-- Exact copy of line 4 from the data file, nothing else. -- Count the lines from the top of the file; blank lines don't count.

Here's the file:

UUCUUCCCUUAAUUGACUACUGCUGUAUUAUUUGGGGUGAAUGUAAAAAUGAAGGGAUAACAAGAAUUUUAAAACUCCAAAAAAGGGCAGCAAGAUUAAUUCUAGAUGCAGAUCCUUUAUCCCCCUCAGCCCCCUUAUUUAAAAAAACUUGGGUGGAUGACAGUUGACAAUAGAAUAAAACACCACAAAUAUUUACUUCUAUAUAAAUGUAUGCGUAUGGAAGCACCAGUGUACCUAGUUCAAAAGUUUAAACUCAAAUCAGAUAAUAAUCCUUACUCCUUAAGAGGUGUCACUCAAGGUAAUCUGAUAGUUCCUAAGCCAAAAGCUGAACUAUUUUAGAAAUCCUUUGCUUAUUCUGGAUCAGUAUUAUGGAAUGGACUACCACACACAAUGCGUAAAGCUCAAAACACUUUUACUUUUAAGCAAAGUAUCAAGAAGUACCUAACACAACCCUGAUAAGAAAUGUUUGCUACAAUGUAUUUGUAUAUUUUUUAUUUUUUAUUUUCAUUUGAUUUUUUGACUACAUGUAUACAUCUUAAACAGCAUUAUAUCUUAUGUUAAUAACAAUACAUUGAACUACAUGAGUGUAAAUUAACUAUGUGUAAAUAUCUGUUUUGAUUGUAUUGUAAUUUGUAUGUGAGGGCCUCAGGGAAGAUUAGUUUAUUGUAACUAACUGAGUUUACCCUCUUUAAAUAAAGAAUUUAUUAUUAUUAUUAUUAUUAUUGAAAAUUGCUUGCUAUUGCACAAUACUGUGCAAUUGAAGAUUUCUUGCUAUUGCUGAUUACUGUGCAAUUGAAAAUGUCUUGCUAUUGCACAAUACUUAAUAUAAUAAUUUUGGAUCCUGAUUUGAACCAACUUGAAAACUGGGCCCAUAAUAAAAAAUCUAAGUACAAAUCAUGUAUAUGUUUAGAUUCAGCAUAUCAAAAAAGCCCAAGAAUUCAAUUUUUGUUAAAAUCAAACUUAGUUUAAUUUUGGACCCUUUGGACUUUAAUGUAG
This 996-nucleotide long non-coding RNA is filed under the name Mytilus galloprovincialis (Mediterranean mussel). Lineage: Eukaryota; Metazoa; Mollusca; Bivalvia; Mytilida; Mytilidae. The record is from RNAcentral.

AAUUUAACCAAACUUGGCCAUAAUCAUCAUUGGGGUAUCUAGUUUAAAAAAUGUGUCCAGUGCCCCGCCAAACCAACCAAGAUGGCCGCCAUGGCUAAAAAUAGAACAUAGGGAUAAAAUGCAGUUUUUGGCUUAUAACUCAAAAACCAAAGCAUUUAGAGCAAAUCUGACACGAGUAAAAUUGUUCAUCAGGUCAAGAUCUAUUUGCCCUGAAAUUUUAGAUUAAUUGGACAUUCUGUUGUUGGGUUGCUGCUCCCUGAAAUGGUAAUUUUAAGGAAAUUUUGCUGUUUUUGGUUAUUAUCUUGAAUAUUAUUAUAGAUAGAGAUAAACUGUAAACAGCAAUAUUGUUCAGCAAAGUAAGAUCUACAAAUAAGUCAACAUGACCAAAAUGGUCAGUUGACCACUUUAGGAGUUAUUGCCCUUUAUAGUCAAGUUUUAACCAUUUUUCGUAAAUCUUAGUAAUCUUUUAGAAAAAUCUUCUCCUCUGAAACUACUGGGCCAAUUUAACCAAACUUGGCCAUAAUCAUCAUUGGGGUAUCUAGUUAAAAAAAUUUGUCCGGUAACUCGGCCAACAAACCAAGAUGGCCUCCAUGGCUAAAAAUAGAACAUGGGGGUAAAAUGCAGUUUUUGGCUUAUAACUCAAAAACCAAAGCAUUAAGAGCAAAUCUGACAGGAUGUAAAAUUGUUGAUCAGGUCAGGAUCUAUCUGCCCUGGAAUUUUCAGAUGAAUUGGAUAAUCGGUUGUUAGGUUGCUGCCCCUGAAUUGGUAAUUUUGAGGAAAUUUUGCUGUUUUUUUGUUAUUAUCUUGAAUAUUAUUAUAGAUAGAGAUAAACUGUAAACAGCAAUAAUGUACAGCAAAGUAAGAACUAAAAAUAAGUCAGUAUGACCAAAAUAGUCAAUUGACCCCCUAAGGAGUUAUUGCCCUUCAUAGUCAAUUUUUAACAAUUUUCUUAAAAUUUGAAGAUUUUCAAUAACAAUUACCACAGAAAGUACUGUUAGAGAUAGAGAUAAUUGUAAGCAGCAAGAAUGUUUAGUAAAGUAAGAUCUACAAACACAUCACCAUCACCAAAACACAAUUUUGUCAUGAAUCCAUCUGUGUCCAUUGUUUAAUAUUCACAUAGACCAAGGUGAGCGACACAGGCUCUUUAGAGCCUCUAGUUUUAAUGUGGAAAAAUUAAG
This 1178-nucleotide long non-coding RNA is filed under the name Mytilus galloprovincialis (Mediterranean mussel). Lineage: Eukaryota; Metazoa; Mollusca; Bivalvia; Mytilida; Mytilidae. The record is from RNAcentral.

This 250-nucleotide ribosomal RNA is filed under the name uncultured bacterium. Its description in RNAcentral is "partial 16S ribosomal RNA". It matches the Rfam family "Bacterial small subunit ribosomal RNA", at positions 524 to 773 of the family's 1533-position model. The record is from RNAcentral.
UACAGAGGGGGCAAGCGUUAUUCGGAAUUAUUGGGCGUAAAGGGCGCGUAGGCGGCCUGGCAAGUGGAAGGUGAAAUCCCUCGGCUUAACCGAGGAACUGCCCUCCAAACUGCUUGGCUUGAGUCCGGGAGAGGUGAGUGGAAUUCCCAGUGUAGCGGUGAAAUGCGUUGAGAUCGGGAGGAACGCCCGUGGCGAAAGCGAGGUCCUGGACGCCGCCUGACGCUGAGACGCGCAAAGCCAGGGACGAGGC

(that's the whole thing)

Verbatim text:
This 1178-nucleotide long non-coding RNA is filed under the name Mytilus galloprovincialis (Mediterranean mussel). Lineage: Eukaryota; Metazoa; Mollusca; Bivalvia; Mytilida; Mytilidae. The record is from RNAcentral.